INSIDE THE BEEHIVE
There is a woman in our village who gets her clothes off, picks stones and chases people. This behavior is seasonal and she usually gets back to her normal ways after sometime.
This has been happening for the last ten years and village dwellers have attached numerous superstitions to the woman’s problem. Some claim that she was bewitched by a woman when she tried to encroach on her husband, other say that her father offered her to the spirits so that he can get wealth. While some assert that it is the appearance of the moon that sparks off the woman’s lunacy.
This should not shock you. Illusory correlations result in part from our mind’s propensity to attend to and recall most events better than nonevents.
When there is a full moon and something decidedly odd happens, we usually notice it, tell others about it and remember it. We do so because such co-occurrences fit with our preconceptions. This behavior is not an ancient thing among human beings, it is still a popular thing even today.
Many people think the mystical powers of the full moon induce erratic behaviors, psychiatric hospital admissions, suicides, homicides, emergency room calls, traffic accidents, dog bites and all manner of strange events.
One survey revealed that 45 percent of people believe moonstruck humans are prone to unusual behaviors, and other surveys suggest that mental health professionals may be still more likely than laypeople to hold this conviction. In 2007 several police departments in the U.K. even added officers on full-moon nights in an effort to cope with presumed higher crime rates.
Thomas Arnold, a British doctor, went to great lengths to describe 13 different types of insanity, which he divided into two major groups: Hallucinations and delusions. However, he also noted that, all these species of Insanity may be variously combined, and frequently interchange, one with another.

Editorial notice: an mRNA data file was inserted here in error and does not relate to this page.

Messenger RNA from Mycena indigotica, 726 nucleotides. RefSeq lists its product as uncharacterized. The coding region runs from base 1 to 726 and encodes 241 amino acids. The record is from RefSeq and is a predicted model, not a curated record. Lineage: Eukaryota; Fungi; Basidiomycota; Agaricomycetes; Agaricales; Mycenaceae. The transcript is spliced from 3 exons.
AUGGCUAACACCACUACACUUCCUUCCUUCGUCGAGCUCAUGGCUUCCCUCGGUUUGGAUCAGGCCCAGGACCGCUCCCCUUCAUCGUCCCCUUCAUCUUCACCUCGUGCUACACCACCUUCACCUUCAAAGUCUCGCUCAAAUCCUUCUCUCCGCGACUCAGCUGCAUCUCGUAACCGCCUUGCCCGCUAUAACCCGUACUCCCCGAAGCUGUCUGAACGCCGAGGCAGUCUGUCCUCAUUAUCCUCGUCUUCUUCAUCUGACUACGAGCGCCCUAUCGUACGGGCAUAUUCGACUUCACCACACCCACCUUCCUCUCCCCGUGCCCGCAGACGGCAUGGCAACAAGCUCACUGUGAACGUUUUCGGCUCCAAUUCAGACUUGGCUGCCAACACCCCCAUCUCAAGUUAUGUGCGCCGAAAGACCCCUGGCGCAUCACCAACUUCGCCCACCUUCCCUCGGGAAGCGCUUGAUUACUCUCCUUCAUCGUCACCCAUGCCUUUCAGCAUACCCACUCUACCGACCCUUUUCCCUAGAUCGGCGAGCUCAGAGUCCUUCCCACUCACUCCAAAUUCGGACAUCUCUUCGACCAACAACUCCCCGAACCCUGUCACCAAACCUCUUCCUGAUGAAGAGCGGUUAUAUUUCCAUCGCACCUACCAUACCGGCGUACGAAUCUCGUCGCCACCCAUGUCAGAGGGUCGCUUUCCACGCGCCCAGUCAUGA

He described the etilogogy of insanity to derive its origin from some accidental, and temporary, state … or to take its peculiar turn from the prevailing notions, and fashionable prejudices, of the times, or places, in which it occurs. In other words, the insane person was influenced by his environment from the outside, not some problem with brain nerves.
For a long time there have been numerous mysterious stories about sleepwalking relating it to lunacy. Every one of us has heard stories about how our relatives or we ourselves walked or spoke in our sleep.
Some are scared by sleepwalking stories, others are amused. Sleepwalking is a normal and common thing for children. 30% of children have sleepwalked at least once and up to 10% constantly sleepwalk. Usually it is a completely safe and normal condition from which children simply “grow up”.
You should only worry if the child experiences so called night horror attacks. During them the child can sit up on a bed, walk and talk. Unlike regular sleepwalking, night horror attacks are harmful to children health.